But that's not what put the apartment complex in the spotlight.
It started with some orange slips of paper.
Shut-off notices posted by the Macon Water Authority (MWA) in early February informed some people at the Crystal Lake Apartments their water had been cut off.
"This is the second time we've got the notice from the Macon Water Authority, but the first time, they didn't cut us off," said Tasha Brown, a resident in the apartments. "The second time, I guess, they took it upon (themselves) because they really weren't getting their money."
Brown, it turns out, was on to something.
Felicia Parks with the Macon Water Authority told WMAZ on February 5th that the owner owed about $41,000 on their water bill.
The situation drew outspoken criticism from county officials.
"From what I can tell, we have a management company who has been largely uninterested in providing a decent quality of life," said County Commissioner Virgil Watkins.
County inspectors gave owners 10 days to fix those September 2017 violations, but it wasn't until more than a year later that they issued an official summons to answer for the violations in court.
Mayor Robert Reichert said the delay was caused, in part, by a funding problem at the inspector's office.
"I'm afraid we're going to have to come up with some additional resources ourselves to hire additional inspectors. Our code enforcement -- don't hold me exactly to the numbers, but for purposes of illustration --I think we've gone from something like 10 inspectors to 2," he said.
County spokesperson Chris Floore later told WMAZ that number was actually 4, after 2 new inspectors had been hired earlier that week.
John Baker, the property maintenance manager with the county, shed more light on the delay.
According to Baker, the county tried to work with Crystal Lake Apartments management to get the problems fixed.
"Since the initial violations, Code Enforcement has had numerous phone conversations and on-site meetings with property management and maintenance on their progress," said Baker in a written statement. "The ultimate goal was to get them to bring the buildings up to a safe level."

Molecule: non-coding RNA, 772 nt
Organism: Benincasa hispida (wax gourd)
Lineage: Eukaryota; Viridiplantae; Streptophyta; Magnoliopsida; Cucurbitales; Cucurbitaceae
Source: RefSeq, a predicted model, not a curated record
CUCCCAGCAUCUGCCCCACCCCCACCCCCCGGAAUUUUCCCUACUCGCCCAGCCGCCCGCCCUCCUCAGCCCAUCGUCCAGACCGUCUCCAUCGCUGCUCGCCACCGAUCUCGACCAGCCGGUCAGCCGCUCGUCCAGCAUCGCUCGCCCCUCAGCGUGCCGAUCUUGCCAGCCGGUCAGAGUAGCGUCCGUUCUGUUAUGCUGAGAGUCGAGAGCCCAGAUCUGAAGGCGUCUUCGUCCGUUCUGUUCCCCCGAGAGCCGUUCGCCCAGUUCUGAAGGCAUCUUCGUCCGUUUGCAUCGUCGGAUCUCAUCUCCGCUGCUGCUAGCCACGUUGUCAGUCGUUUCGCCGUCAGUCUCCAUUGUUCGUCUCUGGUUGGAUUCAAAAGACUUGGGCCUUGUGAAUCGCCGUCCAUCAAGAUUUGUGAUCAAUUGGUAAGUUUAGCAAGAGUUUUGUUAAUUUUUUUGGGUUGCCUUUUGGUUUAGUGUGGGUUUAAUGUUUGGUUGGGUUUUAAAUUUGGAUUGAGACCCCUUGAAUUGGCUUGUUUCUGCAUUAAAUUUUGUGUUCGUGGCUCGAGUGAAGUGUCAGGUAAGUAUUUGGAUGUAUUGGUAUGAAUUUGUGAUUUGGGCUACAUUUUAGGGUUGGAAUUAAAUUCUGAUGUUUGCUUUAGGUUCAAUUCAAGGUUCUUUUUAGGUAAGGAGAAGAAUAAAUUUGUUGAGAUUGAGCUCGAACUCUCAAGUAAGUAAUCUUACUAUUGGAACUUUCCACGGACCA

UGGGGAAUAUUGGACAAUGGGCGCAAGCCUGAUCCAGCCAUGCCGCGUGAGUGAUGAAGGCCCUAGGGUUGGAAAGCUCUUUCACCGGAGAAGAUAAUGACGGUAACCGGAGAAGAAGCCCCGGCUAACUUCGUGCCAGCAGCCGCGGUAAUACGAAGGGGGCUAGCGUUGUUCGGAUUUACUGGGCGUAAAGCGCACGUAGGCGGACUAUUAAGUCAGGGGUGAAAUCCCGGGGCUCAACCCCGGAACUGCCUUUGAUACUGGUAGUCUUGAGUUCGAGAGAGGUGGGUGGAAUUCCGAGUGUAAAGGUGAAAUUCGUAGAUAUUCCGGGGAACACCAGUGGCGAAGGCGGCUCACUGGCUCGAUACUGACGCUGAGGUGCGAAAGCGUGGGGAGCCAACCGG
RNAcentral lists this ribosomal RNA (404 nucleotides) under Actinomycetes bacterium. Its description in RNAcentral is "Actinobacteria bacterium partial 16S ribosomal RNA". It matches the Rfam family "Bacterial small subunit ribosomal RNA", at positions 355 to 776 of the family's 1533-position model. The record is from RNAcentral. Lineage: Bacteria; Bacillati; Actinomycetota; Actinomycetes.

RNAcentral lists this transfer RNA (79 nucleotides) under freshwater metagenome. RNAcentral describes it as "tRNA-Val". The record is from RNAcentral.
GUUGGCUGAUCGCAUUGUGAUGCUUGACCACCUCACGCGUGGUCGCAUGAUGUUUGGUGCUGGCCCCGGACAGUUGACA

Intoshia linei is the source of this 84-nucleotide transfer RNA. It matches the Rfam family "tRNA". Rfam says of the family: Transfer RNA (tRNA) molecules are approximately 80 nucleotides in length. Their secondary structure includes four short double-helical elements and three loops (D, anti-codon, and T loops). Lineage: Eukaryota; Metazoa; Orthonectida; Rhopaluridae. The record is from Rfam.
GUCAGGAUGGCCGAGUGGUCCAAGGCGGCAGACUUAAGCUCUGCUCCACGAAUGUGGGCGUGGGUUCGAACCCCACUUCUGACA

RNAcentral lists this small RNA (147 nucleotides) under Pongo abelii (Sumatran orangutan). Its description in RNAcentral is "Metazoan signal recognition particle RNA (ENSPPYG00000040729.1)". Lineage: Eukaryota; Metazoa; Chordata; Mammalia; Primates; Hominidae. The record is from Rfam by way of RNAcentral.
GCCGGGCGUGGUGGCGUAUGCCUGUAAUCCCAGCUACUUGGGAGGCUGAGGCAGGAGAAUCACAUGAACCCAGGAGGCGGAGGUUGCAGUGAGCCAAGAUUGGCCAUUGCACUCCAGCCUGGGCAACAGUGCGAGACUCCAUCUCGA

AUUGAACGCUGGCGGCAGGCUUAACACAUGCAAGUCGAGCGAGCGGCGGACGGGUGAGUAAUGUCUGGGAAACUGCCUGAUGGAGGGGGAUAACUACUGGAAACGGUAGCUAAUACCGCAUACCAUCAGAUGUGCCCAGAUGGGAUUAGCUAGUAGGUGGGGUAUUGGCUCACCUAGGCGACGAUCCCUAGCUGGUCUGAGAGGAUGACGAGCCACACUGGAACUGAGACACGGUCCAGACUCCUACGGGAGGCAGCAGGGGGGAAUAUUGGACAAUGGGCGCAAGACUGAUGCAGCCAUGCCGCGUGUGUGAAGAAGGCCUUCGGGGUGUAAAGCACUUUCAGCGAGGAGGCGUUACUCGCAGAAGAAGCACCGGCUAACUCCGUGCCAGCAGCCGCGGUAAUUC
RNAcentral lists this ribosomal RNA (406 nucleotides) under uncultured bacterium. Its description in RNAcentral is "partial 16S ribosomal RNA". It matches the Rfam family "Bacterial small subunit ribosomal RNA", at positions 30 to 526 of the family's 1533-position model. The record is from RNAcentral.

However, Baker says that didn't happen.
"A court summons was issued because of the lack of progress on the repairs for the violations noted in September 2017," he said.
He said that summons had nothing to do with the issues tied to the recent evacuation.
"None of this includes the violations noted in the past few weeks," he said. "Code Enforcement Officers have inspected almost all of the buildings. In every building or unit where inspectors were allowed inside, violations were found. There were also external violations that were noted."
The problems for residents didn't stop there. Days after the evacuation, tenants in the high- and mid-rise units who had been evacuated were told they couldn't come back.
Property management said those leases were terminated after the county deemed the apartments uninhabitable.
Trouble could be coming for the rest of the property's residents next.
The Macon Water Authority posted new notices last week stating that the water at the remaining units in the complex would be shut off in 30 days if management didn't pay its outstanding bill of $39,858 according to Guy Boyle with the MWA.
The MWA has also filed a lien on the property.
The cutoff date for water service, if the bill goes unpaid, is March 20.
As of Tuesday, Boyle said there has not been any communication between his office and property management for "2 weeks."
The owner responds
But that's not the only side of the story.
WMAZ spoke over the phone with property owner Steve Firestone Thursday afternoon.
He disputed Boyle's statement, saying he believes his side has been in contact with the MWA more recently.
Firestone also said his company has spent $1.5 million in the last 18 months to fix up units across the property.
According to him, that money was used, in part, to renovate 2 cul de sacs worth of units on the property.
But he says they've struggled to fix all code violations and pay the water bill because tenants aren't paying their rent.
According to Firestone, only 7 of the 47 units in the high-rise that was evacuated were current on their rent. $180,000 worth of rent money is currently unpaid.
"When you don't have tenants paying rent, like any business, you can't pay your bills," he said.
The nature of his business, he says, complicates things further. According to Firestone, he cannot "commingle" funds across his properties. Each one has its own set of investors and revenue from one project cannot be used in another.
In other words, he says, there is a finite amount of money his company, Crown Bay Group, can spend on the Crystal Lake property.
Firestone says he's spent the month working nonstop to find new funds. He's exploring bringing in an "equity partner" or "refinancing." He says he expects to know the status of new funding in the next 2 weeks.
He says remaining residents should not worry about their water being turned off.
"We are certainly not expecting to get to the 20th of the month without paying the water," said Firestone.